Discovering Polygon Angle Theorems

There are people who say “discovering” theorems and properties and relationships help students create and remember connections. There are people who say it’s a waste of time. I think that for students who are committed to an activity and able to understand the task at hand, discovery activities are one of the more powerful learning tools that teachers can use. I am trying to not only incorporate some of these into my Algebra I and Geometry classes, but also tweak them each time we do them so that the students get as much out of it as possible.

This year, our district has the ability to use Gizmos and this has been a great tool, especially for my Geometry students. On Friday we spent the lesson discovering the polygon angle theorems. Students were able to see the relationship between the number of sides and the number of triangles within a polygon, and then translate that into the interior angle sum theorem as well as the individual interior angle theorem. They also figured out the exterior angle sum and individual exterior angle theorems! These were done with very little prompting or clarification on my part – I had to explain what the worksheet meant by n-gon a few times but that really was about it.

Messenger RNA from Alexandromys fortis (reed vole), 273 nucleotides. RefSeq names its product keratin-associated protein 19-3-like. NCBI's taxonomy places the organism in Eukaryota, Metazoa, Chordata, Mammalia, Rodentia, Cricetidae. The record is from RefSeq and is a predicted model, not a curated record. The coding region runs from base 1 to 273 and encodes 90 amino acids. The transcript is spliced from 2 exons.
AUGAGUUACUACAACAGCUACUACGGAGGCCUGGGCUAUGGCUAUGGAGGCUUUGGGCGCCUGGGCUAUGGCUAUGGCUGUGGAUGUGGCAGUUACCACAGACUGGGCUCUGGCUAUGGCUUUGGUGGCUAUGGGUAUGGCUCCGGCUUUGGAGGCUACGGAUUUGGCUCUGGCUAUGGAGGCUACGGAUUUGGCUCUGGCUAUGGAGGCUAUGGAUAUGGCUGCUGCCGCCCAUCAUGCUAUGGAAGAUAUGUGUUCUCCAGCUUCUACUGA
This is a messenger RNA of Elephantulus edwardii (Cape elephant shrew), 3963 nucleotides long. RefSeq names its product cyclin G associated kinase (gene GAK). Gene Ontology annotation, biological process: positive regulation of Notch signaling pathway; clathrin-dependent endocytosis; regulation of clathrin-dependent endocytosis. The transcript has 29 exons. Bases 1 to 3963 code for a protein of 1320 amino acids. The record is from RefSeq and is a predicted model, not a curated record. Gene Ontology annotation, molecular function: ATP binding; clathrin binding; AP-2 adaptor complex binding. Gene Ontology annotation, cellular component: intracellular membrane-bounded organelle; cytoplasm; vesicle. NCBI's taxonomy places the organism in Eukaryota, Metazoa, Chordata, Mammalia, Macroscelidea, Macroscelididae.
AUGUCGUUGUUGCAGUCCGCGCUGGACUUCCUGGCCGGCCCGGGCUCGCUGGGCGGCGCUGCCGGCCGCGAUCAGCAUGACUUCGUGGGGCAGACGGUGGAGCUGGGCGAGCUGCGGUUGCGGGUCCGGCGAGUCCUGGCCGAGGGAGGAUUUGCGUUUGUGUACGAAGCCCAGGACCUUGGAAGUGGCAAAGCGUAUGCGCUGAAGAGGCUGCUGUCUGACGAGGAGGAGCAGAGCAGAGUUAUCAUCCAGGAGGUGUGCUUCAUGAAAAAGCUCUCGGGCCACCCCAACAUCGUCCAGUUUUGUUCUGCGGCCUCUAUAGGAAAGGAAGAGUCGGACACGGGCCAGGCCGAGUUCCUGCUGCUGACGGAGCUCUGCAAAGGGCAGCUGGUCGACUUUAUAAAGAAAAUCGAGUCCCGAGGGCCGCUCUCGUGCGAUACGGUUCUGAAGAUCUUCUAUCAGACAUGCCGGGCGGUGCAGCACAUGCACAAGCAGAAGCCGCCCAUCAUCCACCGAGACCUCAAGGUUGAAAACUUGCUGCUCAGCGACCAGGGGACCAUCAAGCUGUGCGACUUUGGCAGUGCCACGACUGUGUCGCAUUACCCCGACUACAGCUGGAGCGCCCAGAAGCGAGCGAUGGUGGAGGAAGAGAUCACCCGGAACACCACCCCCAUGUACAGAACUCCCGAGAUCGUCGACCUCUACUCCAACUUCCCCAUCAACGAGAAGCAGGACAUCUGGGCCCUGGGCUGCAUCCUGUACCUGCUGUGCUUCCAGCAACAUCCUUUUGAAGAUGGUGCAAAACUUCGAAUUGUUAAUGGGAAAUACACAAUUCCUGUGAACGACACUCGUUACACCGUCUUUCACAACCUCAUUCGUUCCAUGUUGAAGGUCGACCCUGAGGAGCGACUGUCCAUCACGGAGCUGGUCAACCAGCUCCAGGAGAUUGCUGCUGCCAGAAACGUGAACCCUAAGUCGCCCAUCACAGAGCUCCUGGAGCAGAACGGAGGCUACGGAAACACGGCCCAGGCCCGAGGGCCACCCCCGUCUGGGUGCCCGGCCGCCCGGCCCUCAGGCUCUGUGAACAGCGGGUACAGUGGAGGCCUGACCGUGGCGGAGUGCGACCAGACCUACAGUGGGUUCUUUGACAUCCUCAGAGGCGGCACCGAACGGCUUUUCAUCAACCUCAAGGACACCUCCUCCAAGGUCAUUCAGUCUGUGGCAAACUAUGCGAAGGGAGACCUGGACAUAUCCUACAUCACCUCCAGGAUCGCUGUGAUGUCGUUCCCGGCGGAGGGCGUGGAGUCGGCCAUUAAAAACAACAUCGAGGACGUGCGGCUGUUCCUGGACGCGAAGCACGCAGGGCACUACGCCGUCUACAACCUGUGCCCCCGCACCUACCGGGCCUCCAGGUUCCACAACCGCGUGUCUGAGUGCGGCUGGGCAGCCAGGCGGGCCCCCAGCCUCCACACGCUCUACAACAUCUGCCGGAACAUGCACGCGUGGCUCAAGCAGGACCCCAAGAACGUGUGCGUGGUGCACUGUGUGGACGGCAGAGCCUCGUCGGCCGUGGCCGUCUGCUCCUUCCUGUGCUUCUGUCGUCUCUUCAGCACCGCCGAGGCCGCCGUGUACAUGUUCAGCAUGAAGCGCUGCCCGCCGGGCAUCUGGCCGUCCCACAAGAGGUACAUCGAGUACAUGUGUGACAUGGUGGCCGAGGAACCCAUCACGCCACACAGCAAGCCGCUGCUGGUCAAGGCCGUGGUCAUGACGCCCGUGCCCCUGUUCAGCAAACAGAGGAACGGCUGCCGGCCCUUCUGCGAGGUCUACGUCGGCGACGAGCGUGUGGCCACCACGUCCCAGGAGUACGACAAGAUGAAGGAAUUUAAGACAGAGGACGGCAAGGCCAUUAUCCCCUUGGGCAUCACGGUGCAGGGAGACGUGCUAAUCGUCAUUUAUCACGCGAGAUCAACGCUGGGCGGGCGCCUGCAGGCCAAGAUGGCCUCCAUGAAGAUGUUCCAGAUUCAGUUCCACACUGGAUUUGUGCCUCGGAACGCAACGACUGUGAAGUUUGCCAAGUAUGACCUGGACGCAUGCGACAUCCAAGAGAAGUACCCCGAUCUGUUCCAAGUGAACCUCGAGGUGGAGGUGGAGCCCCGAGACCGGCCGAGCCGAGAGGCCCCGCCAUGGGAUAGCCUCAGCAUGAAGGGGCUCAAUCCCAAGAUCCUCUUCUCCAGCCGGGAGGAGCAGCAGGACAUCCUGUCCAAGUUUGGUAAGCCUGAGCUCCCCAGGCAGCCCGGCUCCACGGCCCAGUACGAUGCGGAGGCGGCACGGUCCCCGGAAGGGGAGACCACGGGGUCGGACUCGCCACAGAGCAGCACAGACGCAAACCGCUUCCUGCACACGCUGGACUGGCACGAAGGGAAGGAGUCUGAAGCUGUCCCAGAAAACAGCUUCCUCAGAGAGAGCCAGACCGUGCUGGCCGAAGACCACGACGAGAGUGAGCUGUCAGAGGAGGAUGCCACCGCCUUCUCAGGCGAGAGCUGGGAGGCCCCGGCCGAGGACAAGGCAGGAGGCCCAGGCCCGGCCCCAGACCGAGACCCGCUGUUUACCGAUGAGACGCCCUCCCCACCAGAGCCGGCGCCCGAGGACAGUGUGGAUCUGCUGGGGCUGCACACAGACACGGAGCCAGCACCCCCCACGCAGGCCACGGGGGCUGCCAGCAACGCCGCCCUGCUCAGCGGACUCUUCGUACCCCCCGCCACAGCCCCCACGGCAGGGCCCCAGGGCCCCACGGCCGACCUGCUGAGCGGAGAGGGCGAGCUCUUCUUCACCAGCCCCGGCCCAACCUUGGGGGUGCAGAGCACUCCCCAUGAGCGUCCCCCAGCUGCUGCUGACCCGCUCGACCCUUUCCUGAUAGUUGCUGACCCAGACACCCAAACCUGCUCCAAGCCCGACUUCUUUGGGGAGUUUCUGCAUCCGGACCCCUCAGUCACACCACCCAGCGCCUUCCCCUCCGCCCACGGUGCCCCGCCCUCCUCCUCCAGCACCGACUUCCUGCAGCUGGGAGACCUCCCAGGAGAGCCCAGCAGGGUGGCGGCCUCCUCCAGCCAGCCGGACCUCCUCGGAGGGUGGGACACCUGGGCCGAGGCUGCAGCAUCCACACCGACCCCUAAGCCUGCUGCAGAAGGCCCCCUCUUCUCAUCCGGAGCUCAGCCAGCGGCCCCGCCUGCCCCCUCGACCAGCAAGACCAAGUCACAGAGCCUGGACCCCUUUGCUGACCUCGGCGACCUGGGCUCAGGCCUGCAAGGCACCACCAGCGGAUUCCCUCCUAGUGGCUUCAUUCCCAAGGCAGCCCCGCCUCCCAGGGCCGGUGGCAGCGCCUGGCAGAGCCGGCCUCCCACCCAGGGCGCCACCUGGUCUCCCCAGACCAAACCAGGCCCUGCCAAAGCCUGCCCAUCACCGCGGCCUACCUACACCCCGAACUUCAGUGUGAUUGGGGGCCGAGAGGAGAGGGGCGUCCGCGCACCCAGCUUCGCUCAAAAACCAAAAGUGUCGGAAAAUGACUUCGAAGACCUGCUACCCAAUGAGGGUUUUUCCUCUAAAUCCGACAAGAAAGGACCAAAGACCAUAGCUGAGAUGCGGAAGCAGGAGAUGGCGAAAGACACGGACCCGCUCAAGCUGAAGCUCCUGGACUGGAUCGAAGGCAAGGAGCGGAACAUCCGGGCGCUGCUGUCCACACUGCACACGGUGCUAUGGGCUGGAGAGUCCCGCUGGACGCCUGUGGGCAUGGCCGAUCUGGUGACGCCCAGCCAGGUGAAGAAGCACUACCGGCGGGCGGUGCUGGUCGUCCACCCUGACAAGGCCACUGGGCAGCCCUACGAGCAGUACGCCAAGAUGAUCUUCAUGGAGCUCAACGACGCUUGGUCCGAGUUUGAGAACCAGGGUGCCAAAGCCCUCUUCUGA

IMG_0175 IMG_0176

In the first unit of the year the students derived the distance and midpoint formulas. They figured out the relationships between the size of an angle and the size of the opposite side of a triangle. We played around with side lengths to create triangles and not-triangles. I believe that taking the time to do all of these activities has given at least some of my students a better understanding of the concept and better ability to apply that knowledge when solving problems.